More detail as the specific of the locking mechanism of the previously disclosed is shown in FIG. 5-FIG. 7. In FIG. 5 the swing arm is shown with the opening 58 with the flat edge 59 and slot 26. FIG. 6 shows a section of the notched indexing rod, as shown in FIG. 4, which includes a full rounded lower portion (the section not through a notch 66). This rounded lower portion obstructs movement of the swing arm due to interference with the flat portion 59 of the opening 58. When the swing arm is rotated, the flat portion 59 of the opening 58 can be made to align with the flat portion 68 of the notched indexing rod 56, thereby allowing them to move with respect to each other.
The section as shown in FIG. 7 shows a section of the notched indexing rod 56 through its respective notch 66. Here it can be seen that the notch in the indexing rod 56 provides a lower flat edge 80 that articulates with the flat edge 59 of the opening 58. The shape of the remaining portions of the indexing rod 56 and opening 58 do not allow for extraneous movement when in this position and to further facilitate rigid placement, the slot 26 in the swing arm is also supported by the notched fence. This combination creates a rigid support while allowing for rapid movement of the swing arms during setup.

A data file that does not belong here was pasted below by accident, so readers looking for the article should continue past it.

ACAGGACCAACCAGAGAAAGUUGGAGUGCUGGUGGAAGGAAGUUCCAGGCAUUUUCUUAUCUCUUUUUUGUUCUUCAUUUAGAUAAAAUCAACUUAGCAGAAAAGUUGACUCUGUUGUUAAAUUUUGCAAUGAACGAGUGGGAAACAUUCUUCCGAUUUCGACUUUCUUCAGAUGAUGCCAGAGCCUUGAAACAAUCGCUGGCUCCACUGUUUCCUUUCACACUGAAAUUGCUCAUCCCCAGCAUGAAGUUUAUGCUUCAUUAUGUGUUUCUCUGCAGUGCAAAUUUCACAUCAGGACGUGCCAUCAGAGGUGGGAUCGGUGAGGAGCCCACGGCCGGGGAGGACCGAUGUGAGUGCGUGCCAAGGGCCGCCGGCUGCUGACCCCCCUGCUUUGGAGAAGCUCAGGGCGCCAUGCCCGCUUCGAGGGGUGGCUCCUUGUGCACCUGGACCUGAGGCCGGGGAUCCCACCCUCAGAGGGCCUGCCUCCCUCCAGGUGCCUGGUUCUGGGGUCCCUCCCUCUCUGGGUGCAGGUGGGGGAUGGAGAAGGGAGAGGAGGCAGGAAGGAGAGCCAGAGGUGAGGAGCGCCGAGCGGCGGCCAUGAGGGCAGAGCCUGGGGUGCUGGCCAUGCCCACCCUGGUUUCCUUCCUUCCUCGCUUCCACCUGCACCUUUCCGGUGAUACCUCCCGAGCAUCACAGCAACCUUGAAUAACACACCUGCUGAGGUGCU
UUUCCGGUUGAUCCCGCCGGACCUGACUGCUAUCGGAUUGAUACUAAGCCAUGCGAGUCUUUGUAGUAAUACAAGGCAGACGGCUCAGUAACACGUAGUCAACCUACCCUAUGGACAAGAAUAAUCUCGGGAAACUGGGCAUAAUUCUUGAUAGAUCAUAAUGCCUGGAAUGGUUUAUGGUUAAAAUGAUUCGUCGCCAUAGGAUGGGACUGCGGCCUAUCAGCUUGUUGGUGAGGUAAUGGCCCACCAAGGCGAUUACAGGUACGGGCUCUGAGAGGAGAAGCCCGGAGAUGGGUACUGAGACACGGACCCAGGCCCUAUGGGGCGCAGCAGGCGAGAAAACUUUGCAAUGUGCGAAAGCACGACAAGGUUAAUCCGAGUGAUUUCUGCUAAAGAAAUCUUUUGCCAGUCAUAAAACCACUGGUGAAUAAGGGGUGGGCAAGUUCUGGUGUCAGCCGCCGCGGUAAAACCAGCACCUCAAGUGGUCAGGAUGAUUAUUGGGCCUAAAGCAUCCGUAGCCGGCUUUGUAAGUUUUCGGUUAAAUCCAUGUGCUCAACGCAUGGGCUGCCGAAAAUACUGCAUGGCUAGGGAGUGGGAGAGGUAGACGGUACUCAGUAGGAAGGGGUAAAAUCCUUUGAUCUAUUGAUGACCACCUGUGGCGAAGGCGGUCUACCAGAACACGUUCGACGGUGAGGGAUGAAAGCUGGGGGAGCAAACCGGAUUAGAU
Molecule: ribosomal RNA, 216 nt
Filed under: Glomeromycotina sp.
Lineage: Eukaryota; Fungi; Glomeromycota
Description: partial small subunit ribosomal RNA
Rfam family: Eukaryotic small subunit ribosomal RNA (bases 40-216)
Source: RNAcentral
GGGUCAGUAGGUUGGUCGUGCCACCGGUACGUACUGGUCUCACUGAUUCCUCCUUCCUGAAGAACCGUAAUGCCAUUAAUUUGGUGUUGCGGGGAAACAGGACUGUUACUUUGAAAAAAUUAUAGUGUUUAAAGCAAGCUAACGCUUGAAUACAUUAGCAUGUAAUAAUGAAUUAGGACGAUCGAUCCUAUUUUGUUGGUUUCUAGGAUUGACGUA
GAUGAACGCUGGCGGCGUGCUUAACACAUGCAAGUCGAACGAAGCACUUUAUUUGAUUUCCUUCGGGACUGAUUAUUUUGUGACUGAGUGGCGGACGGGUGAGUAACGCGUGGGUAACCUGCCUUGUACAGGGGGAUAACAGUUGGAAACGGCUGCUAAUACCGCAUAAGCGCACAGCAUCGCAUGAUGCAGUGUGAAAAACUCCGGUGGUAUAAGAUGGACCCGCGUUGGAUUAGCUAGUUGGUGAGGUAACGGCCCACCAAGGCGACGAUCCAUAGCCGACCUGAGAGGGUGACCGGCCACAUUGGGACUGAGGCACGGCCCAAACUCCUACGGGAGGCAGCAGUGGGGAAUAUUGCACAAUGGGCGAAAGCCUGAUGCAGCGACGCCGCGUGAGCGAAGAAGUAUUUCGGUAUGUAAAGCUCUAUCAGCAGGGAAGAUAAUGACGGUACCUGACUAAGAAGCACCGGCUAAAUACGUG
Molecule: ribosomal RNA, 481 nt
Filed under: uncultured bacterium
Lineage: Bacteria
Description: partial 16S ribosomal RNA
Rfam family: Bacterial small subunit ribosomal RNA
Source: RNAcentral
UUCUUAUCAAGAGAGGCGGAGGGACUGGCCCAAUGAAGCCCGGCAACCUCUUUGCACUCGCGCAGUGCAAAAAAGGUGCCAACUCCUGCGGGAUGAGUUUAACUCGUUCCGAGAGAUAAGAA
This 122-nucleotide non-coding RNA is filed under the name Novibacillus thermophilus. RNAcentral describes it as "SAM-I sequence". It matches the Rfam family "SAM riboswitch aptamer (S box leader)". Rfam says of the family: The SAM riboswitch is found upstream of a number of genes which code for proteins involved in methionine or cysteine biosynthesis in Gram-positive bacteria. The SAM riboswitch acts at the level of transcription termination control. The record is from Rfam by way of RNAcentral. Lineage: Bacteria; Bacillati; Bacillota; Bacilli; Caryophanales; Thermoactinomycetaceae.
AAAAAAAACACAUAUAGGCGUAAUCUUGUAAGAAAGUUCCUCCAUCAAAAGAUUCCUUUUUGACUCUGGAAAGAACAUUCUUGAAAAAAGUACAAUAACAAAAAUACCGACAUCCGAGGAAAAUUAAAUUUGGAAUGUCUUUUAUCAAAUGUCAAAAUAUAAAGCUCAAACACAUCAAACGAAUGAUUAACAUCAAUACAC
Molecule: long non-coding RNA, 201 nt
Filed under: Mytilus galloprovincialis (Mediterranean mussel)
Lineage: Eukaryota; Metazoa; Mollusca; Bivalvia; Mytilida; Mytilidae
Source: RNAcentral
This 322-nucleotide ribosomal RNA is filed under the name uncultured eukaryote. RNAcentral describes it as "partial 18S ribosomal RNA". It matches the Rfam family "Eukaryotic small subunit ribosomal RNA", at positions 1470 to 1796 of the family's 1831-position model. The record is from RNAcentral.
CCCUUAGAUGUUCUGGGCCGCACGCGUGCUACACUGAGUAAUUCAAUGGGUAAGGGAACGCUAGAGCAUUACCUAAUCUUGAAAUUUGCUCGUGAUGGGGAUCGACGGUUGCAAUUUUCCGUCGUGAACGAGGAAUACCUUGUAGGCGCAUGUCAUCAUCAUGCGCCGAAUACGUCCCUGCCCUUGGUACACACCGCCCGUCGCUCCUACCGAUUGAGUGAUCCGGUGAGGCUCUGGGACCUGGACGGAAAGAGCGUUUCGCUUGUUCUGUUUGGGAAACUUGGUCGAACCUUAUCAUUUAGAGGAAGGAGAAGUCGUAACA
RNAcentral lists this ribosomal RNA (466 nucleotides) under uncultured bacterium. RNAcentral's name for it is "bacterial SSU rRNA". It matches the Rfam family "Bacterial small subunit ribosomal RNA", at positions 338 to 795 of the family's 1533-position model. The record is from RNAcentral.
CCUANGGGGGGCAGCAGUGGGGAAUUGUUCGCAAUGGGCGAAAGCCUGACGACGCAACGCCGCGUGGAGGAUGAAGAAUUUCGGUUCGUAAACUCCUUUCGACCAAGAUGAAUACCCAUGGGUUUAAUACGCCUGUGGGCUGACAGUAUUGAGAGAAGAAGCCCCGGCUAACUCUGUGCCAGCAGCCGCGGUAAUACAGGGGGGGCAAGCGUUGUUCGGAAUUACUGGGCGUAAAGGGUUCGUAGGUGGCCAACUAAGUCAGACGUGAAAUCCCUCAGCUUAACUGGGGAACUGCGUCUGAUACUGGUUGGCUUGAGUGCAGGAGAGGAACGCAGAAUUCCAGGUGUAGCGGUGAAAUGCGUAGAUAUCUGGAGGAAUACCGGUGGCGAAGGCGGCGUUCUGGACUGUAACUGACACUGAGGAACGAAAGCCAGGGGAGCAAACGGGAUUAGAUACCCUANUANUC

All combinations of the elements of the disclosed are considered to be part of this disclosure. The location supports can equally be comprised of notches in the indexing rod that secure directly to the swing arm or as a combination of a threaded indexing rod used with threaded fasteners. The use of the fence to further support and secure the swing arms while in the down position, and the use of a secondary fine adjustment can also be used in any combination. The variations and combinations are infinite in nature and the specifics of the disclosed is not considered to be limiting to the scope of the disclosed invention.
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|U.S. Classification||83/446, 144/287, 83/468.7, 83/468.2, 144/145.1|
|International Classification||B27B27/02, B23D47/02|
|Cooperative Classification||Y10T83/7647, B27B27/02, Y10T83/741, B23D47/025, Y10T83/7613|
|European Classification||B23D47/02B, B27B27/02|
|Jun 14, 2004||FPAY||Fee payment|
Year of fee payment: 4
|Dec 15, 2008||REMI||Maintenance fee reminder mailed|
|Jun 5, 2009||LAPS||Lapse for failure to pay maintenance fees|
|Jul 28, 2009||FP||Expired due to failure to pay maintenance fee|
Effective date: 20090605